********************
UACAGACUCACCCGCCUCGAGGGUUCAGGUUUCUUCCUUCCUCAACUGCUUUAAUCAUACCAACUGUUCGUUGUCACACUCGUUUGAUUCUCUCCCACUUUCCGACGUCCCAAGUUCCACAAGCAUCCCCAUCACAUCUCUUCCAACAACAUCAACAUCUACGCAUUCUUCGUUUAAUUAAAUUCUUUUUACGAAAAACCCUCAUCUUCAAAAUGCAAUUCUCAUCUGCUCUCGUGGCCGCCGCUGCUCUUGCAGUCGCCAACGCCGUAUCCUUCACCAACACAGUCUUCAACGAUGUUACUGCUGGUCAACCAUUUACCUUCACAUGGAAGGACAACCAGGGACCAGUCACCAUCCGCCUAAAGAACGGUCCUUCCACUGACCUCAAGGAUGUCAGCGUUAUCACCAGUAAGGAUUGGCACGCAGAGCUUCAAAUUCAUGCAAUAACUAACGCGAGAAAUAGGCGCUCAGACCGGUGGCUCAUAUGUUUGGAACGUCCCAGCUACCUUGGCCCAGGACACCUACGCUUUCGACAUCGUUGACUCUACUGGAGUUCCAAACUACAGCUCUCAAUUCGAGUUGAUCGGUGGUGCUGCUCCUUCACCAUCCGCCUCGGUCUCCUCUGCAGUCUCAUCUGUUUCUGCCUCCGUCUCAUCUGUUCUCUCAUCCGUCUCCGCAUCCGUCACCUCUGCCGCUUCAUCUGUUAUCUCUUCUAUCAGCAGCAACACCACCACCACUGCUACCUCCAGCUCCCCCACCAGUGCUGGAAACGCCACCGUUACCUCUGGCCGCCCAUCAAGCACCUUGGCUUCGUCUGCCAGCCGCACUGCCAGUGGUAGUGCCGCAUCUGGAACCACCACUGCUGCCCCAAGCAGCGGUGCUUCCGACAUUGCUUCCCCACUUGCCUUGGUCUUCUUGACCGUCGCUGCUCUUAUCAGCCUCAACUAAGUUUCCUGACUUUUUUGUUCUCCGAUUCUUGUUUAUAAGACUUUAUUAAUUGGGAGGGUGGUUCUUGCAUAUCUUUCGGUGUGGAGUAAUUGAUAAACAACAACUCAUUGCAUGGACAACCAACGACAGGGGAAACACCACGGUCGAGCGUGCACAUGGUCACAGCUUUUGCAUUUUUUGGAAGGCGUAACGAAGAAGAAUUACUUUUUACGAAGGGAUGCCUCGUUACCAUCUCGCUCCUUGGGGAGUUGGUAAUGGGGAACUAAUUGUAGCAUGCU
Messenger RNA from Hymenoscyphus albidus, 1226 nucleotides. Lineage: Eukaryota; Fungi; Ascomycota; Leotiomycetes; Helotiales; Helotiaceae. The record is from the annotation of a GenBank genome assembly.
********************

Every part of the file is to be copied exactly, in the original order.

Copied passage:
UACAGACUCACCCGCCUCGAGGGUUCAGGUUUCUUCCUUCCUCAACUGCUUUAAUCAUACCAACUGUUCGUUGUCACACUCGUUUGAUUCUCUCCCACUUUCCGACGUCCCAAGUUCCACAAGCAUCCCCAUCACAUCUCUUCCAACAACAUCAACAUCUACGCAUUCUUCGUUUAAUUAAAUUCUUUUUACGAAAAACCCUCAUCUUCAAAAUGCAAUUCUCAUCUGCUCUCGUGGCCGCCGCUGCUCUUGCAGUCGCCAACGCCGUAUCCUUCACCAACACAGUCUUCAACGAUGUUACUGCUGGUCAACCAUUUACCUUCACAUGGAAGGACAACCAGGGACCAGUCACCAUCCGCCUAAAGAACGGUCCUUCCACUGACCUCAAGGAUGUCAGCGUUAUCACCAGUAAGGAUUGGCACGCAGAGCUUCAAAUUCAUGCAAUAACUAACGCGAGAAAUAGGCGCUCAGACCGGUGGCUCAUAUGUUUGGAACGUCCCAGCUACCUUGGCCCAGGACACCUACGCUUUCGACAUCGUUGACUCUACUGGAGUUCCAAACUACAGCUCUCAAUUCGAGUUGAUCGGUGGUGCUGCUCCUUCACCAUCCGCCUCGGUCUCCUCUGCAGUCUCAUCUGUUUCUGCCUCCGUCUCAUCUGUUCUCUCAUCCGUCUCCGCAUCCGUCACCUCUGCCGCUUCAUCUGUUAUCUCUUCUAUCAGCAGCAACACCACCACCACUGCUACCUCCAGCUCCCCCACCAGUGCUGGAAACGCCACCGUUACCUCUGGCCGCCCAUCAAGCACCUUGGCUUCGUCUGCCAGCCGCACUGCCAGUGGUAGUGCCGCAUCUGGAACCACCACUGCUGCCCCAAGCAGCGGUGCUUCCGACAUUGCUUCCCCACUUGCCUUGGUCUUCUUGACCGUCGCUGCUCUUAUCAGCCUCAACUAAGUUUCCUGACUUUUUUGUUCUCCGAUUCUUGUUUAUAAGACUUUAUUAAUUGGGAGGGUGGUUCUUGCAUAUCUUUCGGUGUGGAGUAAUUGAUAAACAACAACUCAUUGCAUGGACAACCAACGACAGGGGAAACACCACGGUCGAGCGUGCACAUGGUCACAGCUUUUGCAUUUUUUGGAAGGCGUAACGAAGAAGAAUUACUUUUUACGAAGGGAUGCCUCGUUACCAUCUCGCUCCUUGGGGAGUUGGUAAUGGGGAACUAAUUGUAGCAUGCU
Messenger RNA from Hymenoscyphus albidus, 1226 nucleotides. Lineage: Eukaryota; Fungi; Ascomycota; Leotiomycetes; Helotiales; Helotiaceae. The record is from the annotation of a GenBank genome assembly.